I once watched an interesting film called Life in a Day. This film involves many people from various parts of the world who are asked to record interesting moments in their lives on the same date, July 24, 2010, then send it to be combined into a timeline of human life within 24 hours. The film was made from 4,500 hours of footage in 80,000 videos sent from 192 countries. Every person in every country has different habits, cultures and lives.
What makes this film interesting is the expertise of the filmmaker to make a kind of common thread that unites each different picture frame of many people with different cultures and habits, into a unified whole of a human’s life journey in a day from sunrise to sunset.
Everything’s connected. There is a connection between human life in one part of the world and another. What happens in this part of the world here actually also affects parts of the world there. At least in the science of international relations can be proven by the fact that the political policy of a superpower will affect the lives of millions of people in third world countries. Or the war that occurred in the Middle East could cause oil prices to skyrocket and make the government of a country forced to raise fuel prices for the safety of the State Budget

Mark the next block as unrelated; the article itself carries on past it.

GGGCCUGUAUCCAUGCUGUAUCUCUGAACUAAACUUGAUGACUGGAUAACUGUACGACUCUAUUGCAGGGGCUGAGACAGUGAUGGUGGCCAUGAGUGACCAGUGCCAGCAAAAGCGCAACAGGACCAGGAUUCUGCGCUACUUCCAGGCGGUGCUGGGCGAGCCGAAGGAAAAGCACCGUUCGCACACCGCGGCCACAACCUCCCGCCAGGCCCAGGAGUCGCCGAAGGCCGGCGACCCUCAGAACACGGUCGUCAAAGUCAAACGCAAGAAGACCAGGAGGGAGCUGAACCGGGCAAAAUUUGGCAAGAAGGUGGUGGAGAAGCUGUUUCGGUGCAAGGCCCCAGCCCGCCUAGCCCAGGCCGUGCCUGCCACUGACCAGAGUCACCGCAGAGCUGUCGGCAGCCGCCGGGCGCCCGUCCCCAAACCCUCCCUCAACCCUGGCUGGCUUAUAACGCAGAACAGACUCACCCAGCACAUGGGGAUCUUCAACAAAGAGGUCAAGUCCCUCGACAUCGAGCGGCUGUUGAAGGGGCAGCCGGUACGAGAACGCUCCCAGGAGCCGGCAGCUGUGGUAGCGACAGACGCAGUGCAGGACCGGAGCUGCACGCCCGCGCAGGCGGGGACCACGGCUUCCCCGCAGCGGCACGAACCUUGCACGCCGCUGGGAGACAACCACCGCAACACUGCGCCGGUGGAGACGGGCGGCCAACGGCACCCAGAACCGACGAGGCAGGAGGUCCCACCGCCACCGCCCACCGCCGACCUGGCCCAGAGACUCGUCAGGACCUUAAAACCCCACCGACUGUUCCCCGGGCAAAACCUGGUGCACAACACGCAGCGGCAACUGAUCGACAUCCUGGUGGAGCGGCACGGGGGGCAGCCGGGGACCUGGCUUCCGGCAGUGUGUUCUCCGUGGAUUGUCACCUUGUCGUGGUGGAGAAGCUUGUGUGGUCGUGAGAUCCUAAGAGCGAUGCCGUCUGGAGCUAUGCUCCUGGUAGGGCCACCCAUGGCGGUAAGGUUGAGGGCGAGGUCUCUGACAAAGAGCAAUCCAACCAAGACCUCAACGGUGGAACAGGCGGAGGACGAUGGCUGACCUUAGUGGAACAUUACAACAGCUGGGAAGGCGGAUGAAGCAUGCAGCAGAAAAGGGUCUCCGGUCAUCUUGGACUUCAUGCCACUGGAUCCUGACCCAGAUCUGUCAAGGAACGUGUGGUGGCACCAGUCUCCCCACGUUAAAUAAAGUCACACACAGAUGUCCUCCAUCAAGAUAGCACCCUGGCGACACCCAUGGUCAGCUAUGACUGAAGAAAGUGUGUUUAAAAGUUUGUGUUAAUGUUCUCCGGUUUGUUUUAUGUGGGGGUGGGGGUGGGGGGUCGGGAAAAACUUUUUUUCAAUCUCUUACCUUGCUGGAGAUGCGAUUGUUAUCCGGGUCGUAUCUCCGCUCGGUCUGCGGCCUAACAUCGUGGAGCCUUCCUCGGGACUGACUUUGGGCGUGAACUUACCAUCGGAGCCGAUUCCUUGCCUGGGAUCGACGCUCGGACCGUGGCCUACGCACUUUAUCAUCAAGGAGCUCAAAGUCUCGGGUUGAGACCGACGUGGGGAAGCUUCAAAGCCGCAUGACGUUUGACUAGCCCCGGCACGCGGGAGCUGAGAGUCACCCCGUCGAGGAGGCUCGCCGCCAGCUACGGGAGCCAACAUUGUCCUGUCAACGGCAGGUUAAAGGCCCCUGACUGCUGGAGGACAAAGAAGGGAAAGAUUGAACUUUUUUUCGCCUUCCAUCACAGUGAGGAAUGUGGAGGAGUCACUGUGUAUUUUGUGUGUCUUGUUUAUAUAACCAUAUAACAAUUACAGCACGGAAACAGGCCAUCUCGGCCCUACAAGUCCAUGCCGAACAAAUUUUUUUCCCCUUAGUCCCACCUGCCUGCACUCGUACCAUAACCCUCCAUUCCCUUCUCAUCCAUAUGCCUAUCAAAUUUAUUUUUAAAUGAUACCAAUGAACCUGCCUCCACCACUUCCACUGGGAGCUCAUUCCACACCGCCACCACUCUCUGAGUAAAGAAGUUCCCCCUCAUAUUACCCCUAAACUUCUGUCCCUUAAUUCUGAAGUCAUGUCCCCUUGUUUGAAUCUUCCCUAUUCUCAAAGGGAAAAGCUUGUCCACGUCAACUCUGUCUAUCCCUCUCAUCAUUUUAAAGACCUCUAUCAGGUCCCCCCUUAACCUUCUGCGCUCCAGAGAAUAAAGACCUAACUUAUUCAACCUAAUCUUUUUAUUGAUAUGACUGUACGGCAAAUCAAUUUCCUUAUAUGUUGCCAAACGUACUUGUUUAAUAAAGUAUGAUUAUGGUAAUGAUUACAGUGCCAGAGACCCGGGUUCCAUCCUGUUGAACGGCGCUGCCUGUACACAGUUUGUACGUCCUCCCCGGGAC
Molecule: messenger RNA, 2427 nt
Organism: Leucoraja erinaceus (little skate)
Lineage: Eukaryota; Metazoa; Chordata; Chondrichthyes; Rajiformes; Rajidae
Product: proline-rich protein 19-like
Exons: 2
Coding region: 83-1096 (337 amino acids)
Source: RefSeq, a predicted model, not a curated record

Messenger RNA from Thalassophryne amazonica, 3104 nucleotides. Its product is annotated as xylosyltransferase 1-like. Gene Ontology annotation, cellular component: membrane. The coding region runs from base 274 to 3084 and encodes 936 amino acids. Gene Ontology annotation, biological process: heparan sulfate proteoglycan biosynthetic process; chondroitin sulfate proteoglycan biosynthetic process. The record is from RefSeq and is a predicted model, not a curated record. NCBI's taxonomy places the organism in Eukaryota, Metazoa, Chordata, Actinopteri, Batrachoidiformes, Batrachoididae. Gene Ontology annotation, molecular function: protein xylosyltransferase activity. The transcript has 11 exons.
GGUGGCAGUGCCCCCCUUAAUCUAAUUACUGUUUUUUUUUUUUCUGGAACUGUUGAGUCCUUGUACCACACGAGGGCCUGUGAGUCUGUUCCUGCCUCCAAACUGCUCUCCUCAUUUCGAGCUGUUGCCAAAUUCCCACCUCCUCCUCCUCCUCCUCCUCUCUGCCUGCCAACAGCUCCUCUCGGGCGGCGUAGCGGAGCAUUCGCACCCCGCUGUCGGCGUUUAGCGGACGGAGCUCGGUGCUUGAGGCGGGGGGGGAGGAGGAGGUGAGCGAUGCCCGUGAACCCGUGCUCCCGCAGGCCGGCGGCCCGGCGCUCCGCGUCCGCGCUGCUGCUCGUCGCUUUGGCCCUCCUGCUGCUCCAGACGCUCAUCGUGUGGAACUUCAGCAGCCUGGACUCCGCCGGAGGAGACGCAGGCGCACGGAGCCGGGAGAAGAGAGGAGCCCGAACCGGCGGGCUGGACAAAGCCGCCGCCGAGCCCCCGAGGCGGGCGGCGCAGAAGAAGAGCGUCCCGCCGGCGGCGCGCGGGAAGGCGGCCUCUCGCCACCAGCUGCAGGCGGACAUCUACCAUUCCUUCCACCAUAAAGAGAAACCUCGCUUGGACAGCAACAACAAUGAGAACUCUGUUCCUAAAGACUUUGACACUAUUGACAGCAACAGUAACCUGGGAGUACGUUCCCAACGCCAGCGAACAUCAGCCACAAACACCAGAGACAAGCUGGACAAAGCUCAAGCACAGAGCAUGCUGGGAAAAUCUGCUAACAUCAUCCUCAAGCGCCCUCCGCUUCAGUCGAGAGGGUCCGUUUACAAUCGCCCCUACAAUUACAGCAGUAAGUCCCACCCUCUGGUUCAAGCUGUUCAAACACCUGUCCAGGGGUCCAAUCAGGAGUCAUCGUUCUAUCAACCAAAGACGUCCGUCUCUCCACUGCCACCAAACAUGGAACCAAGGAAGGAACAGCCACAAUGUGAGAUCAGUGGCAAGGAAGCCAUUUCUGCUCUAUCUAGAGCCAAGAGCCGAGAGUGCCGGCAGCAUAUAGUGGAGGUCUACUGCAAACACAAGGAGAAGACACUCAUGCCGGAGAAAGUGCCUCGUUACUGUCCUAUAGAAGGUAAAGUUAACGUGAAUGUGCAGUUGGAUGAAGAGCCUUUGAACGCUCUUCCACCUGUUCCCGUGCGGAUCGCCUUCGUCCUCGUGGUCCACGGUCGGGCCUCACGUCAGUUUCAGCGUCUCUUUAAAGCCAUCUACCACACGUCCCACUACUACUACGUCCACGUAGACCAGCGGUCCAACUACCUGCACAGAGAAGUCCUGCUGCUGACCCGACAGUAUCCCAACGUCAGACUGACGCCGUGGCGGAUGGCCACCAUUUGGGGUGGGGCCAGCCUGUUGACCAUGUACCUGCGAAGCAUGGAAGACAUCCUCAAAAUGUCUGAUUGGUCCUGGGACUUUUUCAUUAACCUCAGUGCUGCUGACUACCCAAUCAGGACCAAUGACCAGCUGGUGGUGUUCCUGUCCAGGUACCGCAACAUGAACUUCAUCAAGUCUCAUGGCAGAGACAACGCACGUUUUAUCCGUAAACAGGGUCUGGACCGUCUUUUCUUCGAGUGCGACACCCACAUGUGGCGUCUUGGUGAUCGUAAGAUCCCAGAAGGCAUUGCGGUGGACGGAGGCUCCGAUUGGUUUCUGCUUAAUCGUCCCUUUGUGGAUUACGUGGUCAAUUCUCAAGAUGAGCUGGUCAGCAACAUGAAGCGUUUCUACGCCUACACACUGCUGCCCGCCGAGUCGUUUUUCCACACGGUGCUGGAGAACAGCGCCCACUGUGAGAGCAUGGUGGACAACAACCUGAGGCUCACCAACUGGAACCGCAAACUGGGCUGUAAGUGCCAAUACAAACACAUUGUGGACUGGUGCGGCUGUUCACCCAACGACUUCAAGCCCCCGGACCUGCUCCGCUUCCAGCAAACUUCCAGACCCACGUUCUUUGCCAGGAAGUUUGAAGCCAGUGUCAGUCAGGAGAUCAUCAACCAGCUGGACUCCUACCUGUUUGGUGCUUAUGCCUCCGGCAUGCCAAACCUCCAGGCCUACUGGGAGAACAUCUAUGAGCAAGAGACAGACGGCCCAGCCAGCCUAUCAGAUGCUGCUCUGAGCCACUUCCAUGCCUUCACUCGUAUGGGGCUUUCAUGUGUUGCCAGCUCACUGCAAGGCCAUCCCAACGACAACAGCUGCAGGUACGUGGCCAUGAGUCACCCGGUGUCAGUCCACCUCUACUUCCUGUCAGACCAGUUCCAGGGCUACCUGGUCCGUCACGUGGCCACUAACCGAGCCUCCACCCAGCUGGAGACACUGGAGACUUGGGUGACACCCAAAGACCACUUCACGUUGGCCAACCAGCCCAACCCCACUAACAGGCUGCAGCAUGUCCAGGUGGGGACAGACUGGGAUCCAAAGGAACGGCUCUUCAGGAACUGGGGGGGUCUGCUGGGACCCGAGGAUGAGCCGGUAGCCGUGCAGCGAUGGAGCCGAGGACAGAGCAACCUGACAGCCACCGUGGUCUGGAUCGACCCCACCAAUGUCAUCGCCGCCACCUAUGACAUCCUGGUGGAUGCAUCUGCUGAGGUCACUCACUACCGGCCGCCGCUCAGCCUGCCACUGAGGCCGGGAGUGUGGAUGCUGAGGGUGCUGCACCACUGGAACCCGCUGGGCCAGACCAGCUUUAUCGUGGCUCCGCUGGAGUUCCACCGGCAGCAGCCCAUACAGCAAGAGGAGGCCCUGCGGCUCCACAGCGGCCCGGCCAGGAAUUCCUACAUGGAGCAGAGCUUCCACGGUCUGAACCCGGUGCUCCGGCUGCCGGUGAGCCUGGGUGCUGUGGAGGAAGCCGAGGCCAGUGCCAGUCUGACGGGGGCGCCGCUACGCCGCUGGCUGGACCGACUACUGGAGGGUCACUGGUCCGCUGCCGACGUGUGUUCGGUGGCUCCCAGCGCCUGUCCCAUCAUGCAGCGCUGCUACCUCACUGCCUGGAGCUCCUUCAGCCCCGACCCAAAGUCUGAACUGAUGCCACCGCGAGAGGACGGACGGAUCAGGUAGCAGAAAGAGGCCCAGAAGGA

I have always believed that a writer’s job is to look for connections between stories around the world. It is the writer’s obligation to explore the story of A from area A, explore B story from region B, then look for the common thread between A and B, then arrange it into one unified whole story. A writing that can be read by many people so that those who did not previously understand can suddenly understand that there is a correlation between story A and story B.
In one episode, the yellow Spongebob Squarepants broke his spatula. Tool that is usually used to flip a patty that is being baked. When he lost his tool, Spongebob immediately felt miserable. He lost his heirloom, his main tool for work. Spongebob experienced what was called Chef’s Block, my fictional term to refer to conditions when a chef cannot cook anymore. What made Spongebob unable to cook again was not only because it lost the physical shape of the spatula, but there was something behind it: spirit. This is even more fatal, when he loses enthusiasm which usually triggers him to cook cheerfully.
In the world of authorship also known as writer’s block. A condition when a writer stuck and unable to think of an idea again to set forth in a series of meaningful scripts. Lately I am like a Spongebob who lost his spatula. I lost the spirit and mood to write something. I stuck, hit the wall of ideas. Unable to jump over it.
This full random thought writing is my attempt to explore my spirit and writing mood again. And also just a filler so that this blog does not vacuum too long. If you following this blog, of course you can see that it’s been a long time since I posted the last post. Since then I experienced writer’s block.
Hopefully after this last post I immediately determine the direction: what should I do? Maybe I should be a Spongebob who takes a break, picnic to the jellyfish fields and look for fun there. After that who knows I can get a new spatula, including a new work spirit and mood.
Come on write something Ris!!! As the newly elected president for the second time said: let’s work, work, work!!!